In 2014, we expect breakthroughs in realism to come only from television, perhaps from a show like Orange is the New Black, which is also a virtuosic modern blend of the everyday and the narrative-driven. As a movie, Boyhood has to ace the routine and stick the landing all at once. Yes, you could see a few breathless wobbles, particularly during Mason and Mom’s final scene, where Linklater shoehorned in framed photos of moments that we’d never seen, to remind us that this has been a 12-year journey – without resorting to flashbacks. (Imagine this film with flashbacks! Entirely destroying the sense of ineffable inevitability.) Mason’s spat with his photography teacher was a little too well-timed for the end of the film’s second act, just when things are meant to be bleakest (as Robert McKee teaches). But a few trembles wouldn’t stop the judges from awarding this a 10 out of 10.

Ever since someone said, “Every fiction film is partly a documentary, and every documentary is partly a fiction,” people have tried to split the difference, and if Richard Linklater didn’t quite hybridize the two classic bildungsroman franchises, 7Up and Harry Potter, into 160 elegant minutes, he came as close as anyone ever will. (As a side note, one wonders how well-received a similar movie would have been about an old man becoming 12 years older.) All this in a raw-edged, almost unsentimental film about the sensitive kids of working-class, divorced people, a film as proletarian as it is protean. Boyhood is already the film of a decade, but we’re not in bad shape if it becomes the film of this decade.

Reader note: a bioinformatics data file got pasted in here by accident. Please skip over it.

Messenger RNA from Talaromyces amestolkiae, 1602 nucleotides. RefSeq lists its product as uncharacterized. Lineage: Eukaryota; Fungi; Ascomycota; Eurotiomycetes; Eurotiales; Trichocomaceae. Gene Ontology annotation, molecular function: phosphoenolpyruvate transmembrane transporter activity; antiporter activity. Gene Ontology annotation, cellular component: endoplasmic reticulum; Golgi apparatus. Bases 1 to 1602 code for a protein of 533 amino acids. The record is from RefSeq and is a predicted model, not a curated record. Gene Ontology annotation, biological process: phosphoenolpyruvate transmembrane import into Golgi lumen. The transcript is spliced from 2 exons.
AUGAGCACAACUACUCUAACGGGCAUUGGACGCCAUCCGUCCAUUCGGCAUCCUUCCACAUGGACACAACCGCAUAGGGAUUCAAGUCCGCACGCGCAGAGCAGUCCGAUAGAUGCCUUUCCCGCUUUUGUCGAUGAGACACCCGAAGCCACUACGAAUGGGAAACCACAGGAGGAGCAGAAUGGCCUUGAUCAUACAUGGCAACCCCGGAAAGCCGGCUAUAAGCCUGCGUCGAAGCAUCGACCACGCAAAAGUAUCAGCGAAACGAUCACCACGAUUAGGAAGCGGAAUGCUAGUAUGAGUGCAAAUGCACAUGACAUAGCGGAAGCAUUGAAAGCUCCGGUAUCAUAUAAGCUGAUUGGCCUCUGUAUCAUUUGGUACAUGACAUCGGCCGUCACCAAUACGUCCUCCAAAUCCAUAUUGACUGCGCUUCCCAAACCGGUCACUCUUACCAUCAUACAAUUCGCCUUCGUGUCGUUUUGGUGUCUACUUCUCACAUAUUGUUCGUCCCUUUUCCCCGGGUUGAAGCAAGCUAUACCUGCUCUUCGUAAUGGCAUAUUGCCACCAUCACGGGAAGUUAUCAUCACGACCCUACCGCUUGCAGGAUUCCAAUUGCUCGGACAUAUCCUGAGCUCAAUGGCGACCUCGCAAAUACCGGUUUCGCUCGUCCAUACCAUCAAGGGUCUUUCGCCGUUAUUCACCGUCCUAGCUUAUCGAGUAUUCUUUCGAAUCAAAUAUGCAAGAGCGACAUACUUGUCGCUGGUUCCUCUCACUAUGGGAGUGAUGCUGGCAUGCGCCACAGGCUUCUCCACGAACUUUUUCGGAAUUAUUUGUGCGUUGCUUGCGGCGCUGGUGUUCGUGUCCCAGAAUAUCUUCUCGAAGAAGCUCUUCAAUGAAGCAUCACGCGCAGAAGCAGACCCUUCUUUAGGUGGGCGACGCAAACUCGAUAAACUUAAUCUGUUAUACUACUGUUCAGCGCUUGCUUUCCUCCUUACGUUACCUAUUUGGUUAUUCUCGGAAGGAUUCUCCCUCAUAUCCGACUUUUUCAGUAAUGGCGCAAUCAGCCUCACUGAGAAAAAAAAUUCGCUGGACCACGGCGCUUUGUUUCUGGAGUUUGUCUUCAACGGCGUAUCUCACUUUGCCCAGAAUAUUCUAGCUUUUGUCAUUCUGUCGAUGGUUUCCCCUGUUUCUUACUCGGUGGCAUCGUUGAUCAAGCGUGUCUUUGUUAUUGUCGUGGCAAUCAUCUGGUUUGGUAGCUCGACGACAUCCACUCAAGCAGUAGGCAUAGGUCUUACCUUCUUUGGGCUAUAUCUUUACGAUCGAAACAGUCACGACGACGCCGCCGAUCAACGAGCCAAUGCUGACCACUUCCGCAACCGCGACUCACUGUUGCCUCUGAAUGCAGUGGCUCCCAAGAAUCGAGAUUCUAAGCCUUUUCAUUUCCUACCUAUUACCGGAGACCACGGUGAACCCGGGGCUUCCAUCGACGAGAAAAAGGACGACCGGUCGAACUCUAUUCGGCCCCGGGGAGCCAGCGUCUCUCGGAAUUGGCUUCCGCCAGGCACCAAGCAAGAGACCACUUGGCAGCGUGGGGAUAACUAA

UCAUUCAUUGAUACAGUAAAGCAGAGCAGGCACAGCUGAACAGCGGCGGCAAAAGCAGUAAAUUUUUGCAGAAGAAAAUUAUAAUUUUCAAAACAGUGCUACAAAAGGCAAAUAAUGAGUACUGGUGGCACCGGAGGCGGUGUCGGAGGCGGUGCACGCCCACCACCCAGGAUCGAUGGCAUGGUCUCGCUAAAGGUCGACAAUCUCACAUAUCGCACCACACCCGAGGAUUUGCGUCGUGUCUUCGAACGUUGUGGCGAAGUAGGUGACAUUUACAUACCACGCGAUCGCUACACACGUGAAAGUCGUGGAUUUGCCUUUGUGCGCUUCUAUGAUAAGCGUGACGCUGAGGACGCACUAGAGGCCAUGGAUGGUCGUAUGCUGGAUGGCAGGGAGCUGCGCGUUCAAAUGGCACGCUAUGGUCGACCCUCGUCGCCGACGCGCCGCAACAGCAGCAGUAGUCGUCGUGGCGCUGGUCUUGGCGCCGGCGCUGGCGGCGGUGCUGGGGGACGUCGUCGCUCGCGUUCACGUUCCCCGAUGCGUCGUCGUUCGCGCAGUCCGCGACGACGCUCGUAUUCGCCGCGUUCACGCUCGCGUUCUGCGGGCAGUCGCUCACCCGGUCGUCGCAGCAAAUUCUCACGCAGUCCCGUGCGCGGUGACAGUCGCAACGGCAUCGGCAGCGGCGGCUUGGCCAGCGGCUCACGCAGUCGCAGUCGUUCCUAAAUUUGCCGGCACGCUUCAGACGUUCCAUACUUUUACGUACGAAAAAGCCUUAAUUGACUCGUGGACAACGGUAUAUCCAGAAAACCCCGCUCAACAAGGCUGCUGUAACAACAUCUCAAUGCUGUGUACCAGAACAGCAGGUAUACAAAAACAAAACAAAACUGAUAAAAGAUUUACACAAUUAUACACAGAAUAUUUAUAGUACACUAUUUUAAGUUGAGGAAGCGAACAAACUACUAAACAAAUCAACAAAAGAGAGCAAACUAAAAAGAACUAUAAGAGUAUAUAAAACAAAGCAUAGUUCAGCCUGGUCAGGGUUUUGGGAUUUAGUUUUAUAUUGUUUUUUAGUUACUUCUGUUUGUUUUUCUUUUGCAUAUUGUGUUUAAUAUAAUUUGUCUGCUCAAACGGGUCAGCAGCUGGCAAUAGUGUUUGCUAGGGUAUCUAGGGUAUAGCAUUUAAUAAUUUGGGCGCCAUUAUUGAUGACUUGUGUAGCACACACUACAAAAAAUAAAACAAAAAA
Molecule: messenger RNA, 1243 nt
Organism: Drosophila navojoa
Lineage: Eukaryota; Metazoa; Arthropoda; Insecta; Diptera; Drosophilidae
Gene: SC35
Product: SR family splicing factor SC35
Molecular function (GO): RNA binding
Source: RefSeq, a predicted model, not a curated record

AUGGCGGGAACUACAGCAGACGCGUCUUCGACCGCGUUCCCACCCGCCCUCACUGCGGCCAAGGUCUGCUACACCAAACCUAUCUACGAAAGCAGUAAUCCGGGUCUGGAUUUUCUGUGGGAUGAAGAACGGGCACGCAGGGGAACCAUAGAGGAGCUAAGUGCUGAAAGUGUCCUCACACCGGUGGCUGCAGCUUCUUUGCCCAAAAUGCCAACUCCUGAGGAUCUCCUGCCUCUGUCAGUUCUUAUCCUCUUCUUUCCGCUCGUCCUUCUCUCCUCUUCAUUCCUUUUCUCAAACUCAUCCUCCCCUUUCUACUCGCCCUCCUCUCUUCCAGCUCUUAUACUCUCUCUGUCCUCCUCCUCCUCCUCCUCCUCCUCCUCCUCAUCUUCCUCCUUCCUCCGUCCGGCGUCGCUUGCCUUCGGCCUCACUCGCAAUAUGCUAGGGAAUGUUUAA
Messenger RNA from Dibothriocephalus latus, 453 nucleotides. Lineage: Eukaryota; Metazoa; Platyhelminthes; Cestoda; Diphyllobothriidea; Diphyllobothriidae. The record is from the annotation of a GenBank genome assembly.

Weirdly, the most radical thing about Boyhood may be its title and the fact that it isn’t Childhood (About a Boy was taken). Deep in the red-meat heart of red-state America, even a boy named Mason is growing up painting his nails and piercing his ears, more metrosexual than his grandparents could have imagined. Brit Hume had a point when he stood up for Chris Christie: our culture is relatively feminized, but the Mason character provides compelling evidence that The Kids Are All Right with that. Because Boyhood begins in 2002 and ends in 2014, Mason naturally signifies a sort of sifter that decides what to keep and what to throw away from the previous century. And what a beautiful testament to our country and culture, that despite our divisive politics, divorce epidemic, and digital overload (Mason loudly rejects the latter), we can still raise Masons and Samanthas. That final bend in the river still leads to America, and “always right now” isn’t as bad as it sometimes seems. Boyhood skeptics, tell me: how is that “meh”?